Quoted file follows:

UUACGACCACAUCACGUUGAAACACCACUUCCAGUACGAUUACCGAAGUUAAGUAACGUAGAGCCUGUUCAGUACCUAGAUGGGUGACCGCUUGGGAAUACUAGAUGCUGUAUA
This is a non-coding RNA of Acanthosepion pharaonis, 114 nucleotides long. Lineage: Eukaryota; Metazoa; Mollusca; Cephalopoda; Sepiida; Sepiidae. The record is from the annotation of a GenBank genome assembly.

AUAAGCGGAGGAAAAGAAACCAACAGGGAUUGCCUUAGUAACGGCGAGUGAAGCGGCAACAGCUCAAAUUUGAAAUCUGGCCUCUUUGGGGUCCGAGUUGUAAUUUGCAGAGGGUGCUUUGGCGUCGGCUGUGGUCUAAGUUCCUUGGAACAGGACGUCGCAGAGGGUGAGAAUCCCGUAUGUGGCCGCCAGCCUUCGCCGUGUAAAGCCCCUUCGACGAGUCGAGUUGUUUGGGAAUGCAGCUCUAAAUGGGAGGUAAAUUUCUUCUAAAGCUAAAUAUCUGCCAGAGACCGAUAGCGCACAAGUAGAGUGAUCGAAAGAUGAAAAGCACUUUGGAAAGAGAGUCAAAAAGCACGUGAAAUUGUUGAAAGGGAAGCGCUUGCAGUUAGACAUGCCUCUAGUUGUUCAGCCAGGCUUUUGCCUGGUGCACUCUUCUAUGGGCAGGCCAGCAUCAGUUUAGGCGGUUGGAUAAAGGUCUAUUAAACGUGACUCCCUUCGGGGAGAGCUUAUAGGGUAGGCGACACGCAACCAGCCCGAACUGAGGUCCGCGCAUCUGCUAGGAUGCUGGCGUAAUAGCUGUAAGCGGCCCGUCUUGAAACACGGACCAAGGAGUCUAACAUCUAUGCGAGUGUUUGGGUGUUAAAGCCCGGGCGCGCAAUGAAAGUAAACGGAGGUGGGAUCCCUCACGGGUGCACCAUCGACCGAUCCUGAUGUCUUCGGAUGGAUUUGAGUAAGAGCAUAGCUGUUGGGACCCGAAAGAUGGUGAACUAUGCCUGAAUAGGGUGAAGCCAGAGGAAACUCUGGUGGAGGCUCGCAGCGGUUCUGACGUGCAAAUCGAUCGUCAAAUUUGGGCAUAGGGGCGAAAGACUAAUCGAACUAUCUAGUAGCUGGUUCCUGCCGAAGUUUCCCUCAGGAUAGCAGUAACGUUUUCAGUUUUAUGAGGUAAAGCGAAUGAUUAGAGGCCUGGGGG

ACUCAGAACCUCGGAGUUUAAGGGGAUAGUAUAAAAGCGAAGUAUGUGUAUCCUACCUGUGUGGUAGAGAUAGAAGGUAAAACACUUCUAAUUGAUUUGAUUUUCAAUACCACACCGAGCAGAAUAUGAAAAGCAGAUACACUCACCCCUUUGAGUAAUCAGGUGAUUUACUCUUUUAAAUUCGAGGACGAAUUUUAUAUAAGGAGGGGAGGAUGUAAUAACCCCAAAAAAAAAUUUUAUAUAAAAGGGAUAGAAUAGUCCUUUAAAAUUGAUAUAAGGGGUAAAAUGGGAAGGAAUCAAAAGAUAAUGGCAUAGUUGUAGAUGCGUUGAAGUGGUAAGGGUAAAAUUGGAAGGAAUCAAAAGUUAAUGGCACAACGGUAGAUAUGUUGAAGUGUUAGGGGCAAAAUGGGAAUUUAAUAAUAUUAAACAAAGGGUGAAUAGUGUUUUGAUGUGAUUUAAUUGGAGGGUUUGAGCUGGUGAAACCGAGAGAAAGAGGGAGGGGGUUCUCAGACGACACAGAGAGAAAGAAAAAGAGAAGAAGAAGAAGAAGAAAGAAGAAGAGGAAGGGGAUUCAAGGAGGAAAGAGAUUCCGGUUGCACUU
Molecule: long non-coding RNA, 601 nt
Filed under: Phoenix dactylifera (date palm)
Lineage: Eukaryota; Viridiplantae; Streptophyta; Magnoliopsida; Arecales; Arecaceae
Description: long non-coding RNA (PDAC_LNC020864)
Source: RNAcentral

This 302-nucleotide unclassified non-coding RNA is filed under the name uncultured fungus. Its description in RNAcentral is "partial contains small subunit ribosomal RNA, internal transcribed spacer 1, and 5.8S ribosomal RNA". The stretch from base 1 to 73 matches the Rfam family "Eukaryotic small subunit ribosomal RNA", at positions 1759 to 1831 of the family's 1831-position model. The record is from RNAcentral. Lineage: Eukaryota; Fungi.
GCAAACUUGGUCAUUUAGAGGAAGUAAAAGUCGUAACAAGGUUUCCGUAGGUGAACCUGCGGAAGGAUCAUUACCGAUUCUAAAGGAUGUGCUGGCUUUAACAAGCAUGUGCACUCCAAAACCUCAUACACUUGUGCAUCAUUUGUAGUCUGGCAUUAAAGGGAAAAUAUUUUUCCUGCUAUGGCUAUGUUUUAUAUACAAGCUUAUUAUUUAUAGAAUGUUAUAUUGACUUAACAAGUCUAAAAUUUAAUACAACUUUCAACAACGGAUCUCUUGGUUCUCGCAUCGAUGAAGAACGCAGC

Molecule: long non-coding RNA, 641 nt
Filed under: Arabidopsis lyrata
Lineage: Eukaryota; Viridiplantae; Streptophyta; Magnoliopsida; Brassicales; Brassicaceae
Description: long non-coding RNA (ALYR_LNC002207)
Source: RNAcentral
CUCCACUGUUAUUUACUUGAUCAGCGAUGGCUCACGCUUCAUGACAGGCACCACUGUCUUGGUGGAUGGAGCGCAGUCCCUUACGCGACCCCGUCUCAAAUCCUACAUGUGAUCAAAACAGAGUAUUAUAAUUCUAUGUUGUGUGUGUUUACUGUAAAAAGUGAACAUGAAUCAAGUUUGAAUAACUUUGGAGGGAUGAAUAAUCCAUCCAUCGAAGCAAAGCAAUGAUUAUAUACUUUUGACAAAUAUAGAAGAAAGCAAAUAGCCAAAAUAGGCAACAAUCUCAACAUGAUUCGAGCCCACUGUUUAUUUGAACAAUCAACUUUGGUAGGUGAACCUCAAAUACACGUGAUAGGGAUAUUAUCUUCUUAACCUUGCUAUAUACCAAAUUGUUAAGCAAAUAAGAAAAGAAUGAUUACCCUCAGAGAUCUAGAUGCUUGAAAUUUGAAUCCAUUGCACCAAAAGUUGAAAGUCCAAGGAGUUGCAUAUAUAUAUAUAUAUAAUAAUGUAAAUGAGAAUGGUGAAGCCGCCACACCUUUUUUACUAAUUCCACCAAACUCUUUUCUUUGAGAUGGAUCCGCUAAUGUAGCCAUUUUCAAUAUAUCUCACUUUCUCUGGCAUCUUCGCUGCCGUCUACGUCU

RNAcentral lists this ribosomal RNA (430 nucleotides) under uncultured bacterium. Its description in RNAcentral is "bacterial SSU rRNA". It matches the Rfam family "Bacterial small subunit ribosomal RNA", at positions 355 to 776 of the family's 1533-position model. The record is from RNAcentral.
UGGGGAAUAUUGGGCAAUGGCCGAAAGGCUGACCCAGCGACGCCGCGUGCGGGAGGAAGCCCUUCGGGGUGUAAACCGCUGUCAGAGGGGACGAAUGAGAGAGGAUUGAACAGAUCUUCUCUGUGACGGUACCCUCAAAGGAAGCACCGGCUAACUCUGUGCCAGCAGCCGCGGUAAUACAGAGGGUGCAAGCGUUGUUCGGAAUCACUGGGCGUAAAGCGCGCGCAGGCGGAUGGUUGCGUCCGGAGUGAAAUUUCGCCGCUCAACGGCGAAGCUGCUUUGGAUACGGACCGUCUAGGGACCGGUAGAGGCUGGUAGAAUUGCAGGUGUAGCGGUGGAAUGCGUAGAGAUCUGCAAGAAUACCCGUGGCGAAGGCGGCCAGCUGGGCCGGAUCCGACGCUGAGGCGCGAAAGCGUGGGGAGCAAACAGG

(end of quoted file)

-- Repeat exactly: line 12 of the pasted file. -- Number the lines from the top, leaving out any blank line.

Molecule: long non-coding RNA, 641 nt